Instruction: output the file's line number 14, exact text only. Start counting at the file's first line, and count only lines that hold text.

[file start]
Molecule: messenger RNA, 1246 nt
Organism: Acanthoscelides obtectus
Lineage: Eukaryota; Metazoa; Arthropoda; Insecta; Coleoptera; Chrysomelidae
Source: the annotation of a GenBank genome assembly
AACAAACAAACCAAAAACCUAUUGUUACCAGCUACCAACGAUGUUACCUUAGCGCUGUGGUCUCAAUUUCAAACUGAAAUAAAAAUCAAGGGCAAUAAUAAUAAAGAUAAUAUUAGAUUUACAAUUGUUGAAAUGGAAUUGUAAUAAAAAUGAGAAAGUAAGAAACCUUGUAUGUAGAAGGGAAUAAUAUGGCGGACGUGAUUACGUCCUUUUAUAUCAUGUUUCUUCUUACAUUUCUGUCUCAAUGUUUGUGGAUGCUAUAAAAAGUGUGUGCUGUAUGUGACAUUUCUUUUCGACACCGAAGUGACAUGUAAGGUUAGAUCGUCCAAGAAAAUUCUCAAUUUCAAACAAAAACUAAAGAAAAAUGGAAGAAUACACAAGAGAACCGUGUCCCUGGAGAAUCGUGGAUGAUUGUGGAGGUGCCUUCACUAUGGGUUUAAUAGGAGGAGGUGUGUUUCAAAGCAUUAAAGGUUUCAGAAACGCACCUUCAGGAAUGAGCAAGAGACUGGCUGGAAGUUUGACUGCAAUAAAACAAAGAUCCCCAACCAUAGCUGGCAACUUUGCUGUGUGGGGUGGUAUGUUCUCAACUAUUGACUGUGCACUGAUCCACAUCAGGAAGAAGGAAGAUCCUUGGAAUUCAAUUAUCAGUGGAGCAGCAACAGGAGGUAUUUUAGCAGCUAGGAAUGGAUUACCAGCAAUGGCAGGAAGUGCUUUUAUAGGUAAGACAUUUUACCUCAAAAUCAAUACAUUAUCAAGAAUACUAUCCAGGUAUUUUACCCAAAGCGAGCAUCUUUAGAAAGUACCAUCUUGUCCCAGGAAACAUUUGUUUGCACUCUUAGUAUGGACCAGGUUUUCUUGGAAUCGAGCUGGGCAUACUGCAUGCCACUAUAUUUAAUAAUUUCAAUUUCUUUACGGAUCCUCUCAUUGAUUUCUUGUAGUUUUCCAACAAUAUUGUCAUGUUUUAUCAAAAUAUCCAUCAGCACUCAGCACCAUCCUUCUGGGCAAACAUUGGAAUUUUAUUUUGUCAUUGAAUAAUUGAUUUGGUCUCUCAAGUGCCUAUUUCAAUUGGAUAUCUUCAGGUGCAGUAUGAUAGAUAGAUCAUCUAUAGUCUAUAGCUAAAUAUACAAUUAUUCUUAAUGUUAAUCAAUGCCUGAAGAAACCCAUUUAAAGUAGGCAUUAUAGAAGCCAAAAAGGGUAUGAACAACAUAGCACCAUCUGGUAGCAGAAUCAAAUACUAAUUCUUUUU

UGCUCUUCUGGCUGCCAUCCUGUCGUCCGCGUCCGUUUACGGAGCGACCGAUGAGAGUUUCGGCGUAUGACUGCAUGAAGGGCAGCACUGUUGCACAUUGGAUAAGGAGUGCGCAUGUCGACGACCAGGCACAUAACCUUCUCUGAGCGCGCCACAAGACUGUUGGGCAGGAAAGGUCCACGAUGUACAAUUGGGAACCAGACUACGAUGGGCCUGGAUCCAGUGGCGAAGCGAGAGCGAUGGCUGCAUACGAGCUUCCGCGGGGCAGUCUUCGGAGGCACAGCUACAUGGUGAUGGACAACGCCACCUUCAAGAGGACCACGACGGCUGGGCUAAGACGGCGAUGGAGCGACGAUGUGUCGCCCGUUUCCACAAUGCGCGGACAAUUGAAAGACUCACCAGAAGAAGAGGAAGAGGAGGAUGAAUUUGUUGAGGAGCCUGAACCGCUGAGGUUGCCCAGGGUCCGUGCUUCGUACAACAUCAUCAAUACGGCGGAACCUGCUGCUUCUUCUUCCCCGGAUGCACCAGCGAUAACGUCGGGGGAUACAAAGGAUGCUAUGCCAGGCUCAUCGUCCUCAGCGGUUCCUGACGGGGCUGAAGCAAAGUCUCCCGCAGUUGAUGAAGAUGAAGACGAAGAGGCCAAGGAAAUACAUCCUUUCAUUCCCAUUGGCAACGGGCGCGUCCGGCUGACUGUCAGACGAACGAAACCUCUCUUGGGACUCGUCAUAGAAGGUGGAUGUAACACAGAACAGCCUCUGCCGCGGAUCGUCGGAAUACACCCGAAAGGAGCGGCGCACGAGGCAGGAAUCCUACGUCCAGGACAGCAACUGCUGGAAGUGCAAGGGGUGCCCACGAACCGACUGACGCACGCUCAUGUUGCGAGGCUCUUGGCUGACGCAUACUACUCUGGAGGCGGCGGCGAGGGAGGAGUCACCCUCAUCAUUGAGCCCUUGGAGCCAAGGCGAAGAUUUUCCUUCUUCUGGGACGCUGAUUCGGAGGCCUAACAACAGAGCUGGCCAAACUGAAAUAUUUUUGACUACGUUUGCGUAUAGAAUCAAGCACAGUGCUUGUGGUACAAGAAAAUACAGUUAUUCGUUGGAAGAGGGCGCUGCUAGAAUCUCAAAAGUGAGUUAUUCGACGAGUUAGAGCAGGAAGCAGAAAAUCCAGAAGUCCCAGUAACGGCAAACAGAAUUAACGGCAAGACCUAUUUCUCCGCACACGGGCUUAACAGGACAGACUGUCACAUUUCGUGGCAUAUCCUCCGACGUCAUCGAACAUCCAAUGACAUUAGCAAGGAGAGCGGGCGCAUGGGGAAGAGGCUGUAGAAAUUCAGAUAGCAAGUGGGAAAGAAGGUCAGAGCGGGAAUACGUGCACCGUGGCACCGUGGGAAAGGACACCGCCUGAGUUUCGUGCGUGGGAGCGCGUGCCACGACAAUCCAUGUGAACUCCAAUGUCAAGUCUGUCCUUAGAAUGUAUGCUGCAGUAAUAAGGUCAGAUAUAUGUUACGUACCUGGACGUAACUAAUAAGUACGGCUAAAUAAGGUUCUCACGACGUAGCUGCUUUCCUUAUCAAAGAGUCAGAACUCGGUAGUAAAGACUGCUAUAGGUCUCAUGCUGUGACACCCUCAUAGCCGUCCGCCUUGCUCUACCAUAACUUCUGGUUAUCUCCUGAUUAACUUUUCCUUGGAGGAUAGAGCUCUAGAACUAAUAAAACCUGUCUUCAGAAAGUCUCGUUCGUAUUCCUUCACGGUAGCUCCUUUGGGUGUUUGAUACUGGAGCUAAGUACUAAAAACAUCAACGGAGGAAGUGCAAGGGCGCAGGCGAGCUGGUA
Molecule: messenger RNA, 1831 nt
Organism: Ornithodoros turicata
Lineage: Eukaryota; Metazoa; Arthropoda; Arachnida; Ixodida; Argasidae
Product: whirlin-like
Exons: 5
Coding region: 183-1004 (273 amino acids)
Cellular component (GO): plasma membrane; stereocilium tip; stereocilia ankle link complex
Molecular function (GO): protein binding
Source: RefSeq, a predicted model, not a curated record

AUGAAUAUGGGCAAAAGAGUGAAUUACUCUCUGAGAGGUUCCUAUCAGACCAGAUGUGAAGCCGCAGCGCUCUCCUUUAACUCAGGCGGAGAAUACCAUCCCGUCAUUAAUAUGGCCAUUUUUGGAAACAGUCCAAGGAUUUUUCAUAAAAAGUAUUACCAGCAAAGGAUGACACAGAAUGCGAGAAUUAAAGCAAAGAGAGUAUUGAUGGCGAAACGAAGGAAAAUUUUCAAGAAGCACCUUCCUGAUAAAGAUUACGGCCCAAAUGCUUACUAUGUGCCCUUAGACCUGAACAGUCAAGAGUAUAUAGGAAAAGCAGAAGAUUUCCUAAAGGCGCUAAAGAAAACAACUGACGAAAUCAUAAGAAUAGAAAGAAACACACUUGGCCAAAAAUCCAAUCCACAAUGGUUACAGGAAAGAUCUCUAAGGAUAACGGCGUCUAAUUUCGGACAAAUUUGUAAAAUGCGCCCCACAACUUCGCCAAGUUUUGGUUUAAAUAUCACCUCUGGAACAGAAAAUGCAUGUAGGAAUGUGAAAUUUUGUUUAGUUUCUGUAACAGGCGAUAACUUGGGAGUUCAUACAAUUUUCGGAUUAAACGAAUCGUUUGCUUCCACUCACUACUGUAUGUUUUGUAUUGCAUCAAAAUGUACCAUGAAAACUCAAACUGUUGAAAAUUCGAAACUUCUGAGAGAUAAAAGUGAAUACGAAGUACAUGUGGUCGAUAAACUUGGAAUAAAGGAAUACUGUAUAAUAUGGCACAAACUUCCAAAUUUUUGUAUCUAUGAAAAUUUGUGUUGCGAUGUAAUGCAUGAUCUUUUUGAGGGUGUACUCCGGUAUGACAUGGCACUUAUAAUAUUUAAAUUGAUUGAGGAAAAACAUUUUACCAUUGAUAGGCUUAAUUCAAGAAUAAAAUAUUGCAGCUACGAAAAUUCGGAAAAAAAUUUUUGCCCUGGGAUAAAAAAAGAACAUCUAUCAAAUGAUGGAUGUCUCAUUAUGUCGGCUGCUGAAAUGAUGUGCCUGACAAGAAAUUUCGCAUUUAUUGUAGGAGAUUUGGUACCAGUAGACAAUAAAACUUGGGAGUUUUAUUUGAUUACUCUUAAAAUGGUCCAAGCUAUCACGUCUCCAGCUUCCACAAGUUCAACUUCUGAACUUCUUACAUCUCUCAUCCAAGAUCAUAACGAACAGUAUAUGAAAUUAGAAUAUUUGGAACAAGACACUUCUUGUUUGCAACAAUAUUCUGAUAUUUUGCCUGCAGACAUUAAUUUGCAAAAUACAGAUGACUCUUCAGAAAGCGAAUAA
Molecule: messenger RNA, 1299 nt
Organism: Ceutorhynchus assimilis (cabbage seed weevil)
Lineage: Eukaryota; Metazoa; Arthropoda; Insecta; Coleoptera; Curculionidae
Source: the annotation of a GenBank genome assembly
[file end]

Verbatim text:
Molecular function (GO): protein binding